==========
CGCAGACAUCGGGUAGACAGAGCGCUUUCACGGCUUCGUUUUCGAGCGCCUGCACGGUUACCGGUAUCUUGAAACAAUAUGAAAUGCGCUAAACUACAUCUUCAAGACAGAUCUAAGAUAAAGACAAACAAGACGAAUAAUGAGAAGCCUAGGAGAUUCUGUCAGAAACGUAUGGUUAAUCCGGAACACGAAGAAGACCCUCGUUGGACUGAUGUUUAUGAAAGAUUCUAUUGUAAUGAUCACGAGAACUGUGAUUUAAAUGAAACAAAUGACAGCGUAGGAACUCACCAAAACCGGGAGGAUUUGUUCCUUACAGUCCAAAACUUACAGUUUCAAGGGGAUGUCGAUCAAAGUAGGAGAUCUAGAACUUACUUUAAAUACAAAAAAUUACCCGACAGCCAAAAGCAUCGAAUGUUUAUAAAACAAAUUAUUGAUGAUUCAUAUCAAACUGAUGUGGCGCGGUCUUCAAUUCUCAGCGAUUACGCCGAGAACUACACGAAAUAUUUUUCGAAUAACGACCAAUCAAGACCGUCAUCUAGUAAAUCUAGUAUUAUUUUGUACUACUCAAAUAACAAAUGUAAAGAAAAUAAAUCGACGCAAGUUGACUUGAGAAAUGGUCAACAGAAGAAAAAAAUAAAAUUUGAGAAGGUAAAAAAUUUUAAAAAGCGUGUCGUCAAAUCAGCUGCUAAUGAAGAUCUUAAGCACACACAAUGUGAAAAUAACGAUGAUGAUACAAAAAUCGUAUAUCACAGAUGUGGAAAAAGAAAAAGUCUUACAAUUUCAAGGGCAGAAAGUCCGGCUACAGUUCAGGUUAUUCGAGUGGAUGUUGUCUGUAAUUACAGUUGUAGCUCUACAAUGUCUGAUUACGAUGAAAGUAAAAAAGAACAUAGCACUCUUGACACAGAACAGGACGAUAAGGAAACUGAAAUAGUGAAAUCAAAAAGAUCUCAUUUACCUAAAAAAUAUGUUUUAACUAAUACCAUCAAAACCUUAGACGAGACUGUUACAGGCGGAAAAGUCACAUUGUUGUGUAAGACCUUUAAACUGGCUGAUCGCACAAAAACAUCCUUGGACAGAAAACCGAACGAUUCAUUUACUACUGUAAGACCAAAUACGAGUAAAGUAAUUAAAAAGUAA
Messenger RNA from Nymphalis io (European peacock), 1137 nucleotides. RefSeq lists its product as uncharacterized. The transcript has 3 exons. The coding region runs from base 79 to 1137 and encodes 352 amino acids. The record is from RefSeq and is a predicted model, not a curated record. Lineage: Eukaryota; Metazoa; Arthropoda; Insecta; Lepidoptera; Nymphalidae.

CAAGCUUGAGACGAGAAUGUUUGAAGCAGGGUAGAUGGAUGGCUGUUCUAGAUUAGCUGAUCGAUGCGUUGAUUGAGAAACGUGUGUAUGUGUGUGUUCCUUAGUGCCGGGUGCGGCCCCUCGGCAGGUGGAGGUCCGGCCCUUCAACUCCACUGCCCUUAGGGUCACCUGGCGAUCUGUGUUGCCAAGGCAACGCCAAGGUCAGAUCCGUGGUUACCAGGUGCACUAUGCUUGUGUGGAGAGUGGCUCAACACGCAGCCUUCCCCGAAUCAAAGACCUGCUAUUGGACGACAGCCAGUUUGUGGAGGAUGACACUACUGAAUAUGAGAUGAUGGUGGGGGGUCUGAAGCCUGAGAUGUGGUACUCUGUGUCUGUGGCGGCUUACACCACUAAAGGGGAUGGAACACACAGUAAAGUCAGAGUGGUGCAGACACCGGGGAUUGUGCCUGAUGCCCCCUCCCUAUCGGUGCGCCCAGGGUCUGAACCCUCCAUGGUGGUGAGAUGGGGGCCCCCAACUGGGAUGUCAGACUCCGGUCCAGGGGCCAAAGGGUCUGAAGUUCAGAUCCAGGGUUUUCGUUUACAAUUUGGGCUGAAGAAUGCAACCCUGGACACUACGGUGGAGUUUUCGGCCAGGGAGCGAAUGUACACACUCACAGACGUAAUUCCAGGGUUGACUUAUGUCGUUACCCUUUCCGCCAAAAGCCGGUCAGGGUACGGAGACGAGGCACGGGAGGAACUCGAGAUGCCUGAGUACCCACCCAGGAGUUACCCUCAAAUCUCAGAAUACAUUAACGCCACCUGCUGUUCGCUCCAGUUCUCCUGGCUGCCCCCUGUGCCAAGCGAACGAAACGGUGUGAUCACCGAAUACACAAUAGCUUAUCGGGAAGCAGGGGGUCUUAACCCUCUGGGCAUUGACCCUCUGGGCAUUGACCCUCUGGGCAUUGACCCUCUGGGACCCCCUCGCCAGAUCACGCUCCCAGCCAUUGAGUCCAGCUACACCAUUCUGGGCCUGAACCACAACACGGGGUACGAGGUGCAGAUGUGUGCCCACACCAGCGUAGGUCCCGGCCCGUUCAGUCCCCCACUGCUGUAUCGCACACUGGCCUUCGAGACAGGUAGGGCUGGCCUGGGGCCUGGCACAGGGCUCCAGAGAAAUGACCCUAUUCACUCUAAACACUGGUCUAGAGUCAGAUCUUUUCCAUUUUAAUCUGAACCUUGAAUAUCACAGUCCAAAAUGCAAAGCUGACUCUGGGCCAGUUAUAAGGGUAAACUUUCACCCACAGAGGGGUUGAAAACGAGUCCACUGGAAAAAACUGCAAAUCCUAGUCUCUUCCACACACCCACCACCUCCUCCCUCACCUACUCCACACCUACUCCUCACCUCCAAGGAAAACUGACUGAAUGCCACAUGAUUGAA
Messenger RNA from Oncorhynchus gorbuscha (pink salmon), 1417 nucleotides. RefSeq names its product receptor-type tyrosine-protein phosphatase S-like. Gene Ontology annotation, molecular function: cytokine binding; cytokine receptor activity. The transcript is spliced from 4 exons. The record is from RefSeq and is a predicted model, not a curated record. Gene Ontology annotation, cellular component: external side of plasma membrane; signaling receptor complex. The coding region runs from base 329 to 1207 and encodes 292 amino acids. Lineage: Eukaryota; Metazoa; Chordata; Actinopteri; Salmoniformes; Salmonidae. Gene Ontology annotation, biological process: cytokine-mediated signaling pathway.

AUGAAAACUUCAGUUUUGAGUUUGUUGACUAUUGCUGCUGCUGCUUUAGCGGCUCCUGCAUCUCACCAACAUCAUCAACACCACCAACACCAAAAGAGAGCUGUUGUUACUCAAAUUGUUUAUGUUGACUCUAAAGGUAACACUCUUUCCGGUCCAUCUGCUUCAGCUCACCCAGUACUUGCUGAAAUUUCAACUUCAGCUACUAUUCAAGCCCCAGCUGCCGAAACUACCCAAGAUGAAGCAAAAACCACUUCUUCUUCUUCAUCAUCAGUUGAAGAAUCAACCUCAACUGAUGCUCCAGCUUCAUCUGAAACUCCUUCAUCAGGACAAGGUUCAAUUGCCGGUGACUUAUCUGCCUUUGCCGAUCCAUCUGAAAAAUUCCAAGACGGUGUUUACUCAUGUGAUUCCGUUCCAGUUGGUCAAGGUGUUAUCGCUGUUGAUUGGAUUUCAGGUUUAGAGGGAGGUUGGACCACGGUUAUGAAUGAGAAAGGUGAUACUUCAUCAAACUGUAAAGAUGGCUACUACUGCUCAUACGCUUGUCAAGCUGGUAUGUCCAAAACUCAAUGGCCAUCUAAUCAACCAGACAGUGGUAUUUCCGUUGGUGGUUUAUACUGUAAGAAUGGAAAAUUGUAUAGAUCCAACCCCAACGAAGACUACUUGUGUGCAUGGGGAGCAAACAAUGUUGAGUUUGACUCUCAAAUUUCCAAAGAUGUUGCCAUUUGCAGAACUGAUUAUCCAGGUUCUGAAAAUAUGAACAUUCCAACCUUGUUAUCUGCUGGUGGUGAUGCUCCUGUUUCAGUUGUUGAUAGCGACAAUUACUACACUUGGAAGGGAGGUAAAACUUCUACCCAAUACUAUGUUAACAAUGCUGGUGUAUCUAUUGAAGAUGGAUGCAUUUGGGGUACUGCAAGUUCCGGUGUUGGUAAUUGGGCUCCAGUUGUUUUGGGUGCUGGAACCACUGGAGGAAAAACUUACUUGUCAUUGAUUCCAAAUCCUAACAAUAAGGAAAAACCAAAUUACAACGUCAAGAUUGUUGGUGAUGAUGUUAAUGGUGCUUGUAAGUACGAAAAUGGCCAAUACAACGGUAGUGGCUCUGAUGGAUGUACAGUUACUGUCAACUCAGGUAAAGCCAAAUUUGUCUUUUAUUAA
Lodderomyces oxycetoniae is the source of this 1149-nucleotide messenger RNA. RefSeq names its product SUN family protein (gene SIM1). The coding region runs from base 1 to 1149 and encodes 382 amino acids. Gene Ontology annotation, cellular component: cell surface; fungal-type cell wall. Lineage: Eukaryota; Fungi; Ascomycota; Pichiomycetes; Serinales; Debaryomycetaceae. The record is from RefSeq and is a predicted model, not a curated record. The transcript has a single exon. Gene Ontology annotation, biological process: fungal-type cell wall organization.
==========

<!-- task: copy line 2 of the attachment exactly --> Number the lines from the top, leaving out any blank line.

Messenger RNA from Nymphalis io (European peacock), 1137 nucleotides. RefSeq lists its product as uncharacterized. The transcript has 3 exons. The coding region runs from base 79 to 1137 and encodes 352 amino acids. The record is from RefSeq and is a predicted model, not a curated record. Lineage: Eukaryota; Metazoa; Arthropoda; Insecta; Lepidoptera; Nymphalidae.